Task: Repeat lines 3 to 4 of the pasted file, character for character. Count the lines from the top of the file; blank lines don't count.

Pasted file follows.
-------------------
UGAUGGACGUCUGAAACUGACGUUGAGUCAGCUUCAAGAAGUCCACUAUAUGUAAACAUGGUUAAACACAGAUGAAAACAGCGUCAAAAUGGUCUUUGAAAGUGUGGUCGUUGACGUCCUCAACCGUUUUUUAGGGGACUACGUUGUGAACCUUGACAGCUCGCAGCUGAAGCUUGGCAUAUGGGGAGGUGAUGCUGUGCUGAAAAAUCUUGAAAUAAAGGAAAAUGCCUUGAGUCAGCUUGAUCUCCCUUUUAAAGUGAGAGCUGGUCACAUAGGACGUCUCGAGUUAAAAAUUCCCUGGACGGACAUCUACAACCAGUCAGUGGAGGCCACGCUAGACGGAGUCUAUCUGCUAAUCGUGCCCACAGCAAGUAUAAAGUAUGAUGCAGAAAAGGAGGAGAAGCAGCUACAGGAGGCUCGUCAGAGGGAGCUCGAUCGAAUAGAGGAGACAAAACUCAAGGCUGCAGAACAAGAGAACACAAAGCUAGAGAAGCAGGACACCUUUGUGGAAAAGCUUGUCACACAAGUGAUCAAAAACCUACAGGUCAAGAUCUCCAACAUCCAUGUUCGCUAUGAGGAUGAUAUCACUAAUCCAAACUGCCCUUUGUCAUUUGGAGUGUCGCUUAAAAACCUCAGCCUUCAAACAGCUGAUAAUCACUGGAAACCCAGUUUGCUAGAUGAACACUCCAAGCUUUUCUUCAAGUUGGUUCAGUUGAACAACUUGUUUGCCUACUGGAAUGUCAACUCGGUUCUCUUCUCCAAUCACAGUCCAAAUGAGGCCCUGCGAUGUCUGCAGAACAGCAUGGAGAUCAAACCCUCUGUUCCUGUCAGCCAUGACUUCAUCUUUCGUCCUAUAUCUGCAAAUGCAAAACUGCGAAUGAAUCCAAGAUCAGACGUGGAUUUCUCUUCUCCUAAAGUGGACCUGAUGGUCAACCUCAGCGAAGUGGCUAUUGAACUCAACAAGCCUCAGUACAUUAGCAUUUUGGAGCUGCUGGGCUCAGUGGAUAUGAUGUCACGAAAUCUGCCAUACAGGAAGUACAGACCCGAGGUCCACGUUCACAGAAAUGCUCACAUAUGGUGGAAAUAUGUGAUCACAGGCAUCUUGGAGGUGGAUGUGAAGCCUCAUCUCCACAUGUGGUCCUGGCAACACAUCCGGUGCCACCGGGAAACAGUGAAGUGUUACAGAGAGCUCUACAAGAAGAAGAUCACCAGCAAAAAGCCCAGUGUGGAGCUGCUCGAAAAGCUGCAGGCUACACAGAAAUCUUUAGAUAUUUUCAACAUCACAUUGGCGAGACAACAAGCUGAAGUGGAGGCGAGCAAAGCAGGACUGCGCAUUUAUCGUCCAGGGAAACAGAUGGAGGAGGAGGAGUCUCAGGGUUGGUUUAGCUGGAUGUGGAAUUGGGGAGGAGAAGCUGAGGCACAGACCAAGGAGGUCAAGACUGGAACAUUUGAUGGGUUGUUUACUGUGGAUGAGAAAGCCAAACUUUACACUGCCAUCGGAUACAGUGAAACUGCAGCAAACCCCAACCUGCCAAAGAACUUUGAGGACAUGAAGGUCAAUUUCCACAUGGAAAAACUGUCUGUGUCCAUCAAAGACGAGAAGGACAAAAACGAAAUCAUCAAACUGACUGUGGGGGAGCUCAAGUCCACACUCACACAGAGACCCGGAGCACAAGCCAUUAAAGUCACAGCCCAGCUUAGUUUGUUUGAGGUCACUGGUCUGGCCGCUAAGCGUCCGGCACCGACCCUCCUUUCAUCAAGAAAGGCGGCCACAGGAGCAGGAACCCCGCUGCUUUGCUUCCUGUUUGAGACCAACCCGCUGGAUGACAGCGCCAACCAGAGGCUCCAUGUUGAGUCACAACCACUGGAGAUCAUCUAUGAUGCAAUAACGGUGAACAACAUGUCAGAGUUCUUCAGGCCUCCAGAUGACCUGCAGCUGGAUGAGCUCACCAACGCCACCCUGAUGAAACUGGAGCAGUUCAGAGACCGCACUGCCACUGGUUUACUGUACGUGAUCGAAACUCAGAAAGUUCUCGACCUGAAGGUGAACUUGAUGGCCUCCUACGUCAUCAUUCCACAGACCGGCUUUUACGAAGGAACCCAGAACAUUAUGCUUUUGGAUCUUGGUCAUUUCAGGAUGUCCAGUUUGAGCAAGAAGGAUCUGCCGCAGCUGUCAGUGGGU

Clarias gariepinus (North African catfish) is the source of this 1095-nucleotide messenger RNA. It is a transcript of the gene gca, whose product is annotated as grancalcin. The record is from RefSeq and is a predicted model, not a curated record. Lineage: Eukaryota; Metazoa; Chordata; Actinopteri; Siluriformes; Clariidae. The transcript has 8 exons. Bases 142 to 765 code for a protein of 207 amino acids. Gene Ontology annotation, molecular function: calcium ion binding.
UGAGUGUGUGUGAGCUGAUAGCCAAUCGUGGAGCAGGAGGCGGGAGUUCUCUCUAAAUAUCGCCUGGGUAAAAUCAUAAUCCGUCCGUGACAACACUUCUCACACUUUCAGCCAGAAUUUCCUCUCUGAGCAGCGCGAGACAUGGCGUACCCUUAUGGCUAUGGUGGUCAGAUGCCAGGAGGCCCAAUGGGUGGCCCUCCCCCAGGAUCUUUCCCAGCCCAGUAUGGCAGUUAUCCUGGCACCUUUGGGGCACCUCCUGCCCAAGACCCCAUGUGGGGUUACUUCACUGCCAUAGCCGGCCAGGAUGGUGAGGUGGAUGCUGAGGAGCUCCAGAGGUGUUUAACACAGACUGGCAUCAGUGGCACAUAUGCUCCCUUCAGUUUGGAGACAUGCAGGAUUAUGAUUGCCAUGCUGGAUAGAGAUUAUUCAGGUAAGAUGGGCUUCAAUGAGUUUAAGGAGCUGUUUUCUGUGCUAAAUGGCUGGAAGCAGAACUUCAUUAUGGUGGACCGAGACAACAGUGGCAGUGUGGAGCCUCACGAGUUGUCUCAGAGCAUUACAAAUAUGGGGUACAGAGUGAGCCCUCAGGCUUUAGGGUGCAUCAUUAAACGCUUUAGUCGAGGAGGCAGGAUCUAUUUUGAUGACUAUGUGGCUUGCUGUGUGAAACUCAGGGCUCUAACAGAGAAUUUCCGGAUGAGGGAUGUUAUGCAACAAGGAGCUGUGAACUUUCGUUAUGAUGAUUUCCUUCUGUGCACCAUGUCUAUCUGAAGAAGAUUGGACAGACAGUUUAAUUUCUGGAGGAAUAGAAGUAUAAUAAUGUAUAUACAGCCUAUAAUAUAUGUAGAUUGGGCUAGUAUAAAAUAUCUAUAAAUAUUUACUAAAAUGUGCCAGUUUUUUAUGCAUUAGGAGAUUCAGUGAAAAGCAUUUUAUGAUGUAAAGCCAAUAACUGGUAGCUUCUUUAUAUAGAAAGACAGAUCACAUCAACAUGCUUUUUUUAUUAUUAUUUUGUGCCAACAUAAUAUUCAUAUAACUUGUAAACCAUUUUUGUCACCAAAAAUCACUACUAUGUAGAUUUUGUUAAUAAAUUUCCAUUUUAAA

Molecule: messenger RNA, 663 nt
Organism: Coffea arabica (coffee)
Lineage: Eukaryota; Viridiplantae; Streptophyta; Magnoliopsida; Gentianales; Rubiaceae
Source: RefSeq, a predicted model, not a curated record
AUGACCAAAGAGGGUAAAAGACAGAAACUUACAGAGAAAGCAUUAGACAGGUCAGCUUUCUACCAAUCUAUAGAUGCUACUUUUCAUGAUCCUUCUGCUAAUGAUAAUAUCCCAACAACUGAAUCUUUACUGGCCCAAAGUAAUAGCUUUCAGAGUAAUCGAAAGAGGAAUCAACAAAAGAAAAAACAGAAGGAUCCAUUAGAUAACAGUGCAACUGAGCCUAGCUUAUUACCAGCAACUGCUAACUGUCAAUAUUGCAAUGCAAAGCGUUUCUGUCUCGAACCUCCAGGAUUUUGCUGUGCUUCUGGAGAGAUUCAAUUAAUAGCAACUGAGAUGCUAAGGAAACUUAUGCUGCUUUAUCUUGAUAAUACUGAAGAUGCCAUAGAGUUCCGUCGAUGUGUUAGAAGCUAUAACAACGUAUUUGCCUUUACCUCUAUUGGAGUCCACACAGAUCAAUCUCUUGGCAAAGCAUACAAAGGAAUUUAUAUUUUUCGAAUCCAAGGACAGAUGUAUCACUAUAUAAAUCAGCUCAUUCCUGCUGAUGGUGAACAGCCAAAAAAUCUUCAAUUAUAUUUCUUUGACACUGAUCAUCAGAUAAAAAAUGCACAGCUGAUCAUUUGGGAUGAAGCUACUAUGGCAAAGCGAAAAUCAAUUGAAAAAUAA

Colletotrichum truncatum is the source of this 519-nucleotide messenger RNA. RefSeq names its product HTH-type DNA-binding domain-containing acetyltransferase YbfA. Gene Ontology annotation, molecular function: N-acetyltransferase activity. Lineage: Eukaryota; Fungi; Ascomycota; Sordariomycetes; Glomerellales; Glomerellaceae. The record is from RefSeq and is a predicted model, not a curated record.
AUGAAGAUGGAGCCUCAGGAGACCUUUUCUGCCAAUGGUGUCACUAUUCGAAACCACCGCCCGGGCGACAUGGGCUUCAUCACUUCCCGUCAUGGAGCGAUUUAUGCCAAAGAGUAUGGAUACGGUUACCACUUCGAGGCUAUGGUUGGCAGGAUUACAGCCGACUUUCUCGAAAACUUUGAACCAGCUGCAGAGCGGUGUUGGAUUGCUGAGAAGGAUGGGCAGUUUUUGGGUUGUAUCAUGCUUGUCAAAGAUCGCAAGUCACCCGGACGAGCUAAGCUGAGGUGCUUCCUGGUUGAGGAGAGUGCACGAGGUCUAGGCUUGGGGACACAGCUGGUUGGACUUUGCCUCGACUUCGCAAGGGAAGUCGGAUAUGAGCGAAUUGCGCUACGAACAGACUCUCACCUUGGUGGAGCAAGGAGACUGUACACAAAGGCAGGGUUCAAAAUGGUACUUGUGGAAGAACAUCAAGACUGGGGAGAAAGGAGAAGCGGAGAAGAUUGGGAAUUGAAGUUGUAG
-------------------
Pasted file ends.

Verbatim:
UGAGUGUGUGUGAGCUGAUAGCCAAUCGUGGAGCAGGAGGCGGGAGUUCUCUCUAAAUAUCGCCUGGGUAAAAUCAUAAUCCGUCCGUGACAACACUUCUCACACUUUCAGCCAGAAUUUCCUCUCUGAGCAGCGCGAGACAUGGCGUACCCUUAUGGCUAUGGUGGUCAGAUGCCAGGAGGCCCAAUGGGUGGCCCUCCCCCAGGAUCUUUCCCAGCCCAGUAUGGCAGUUAUCCUGGCACCUUUGGGGCACCUCCUGCCCAAGACCCCAUGUGGGGUUACUUCACUGCCAUAGCCGGCCAGGAUGGUGAGGUGGAUGCUGAGGAGCUCCAGAGGUGUUUAACACAGACUGGCAUCAGUGGCACAUAUGCUCCCUUCAGUUUGGAGACAUGCAGGAUUAUGAUUGCCAUGCUGGAUAGAGAUUAUUCAGGUAAGAUGGGCUUCAAUGAGUUUAAGGAGCUGUUUUCUGUGCUAAAUGGCUGGAAGCAGAACUUCAUUAUGGUGGACCGAGACAACAGUGGCAGUGUGGAGCCUCACGAGUUGUCUCAGAGCAUUACAAAUAUGGGGUACAGAGUGAGCCCUCAGGCUUUAGGGUGCAUCAUUAAACGCUUUAGUCGAGGAGGCAGGAUCUAUUUUGAUGACUAUGUGGCUUGCUGUGUGAAACUCAGGGCUCUAACAGAGAAUUUCCGGAUGAGGGAUGUUAUGCAACAAGGAGCUGUGAACUUUCGUUAUGAUGAUUUCCUUCUGUGCACCAUGUCUAUCUGAAGAAGAUUGGACAGACAGUUUAAUUUCUGGAGGAAUAGAAGUAUAAUAAUGUAUAUACAGCCUAUAAUAUAUGUAGAUUGGGCUAGUAUAAAAUAUCUAUAAAUAUUUACUAAAAUGUGCCAGUUUUUUAUGCAUUAGGAGAUUCAGUGAAAAGCAUUUUAUGAUGUAAAGCCAAUAACUGGUAGCUUCUUUAUAUAGAAAGACAGAUCACAUCAACAUGCUUUUUUUAUUAUUAUUUUGUGCCAACAUAAUAUUCAUAUAACUUGUAAACCAUUUUUGUCACCAAAAAUCACUACUAUGUAGAUUUUGUUAAUAAAUUUCCAUUUUAAA

Molecule: messenger RNA, 663 nt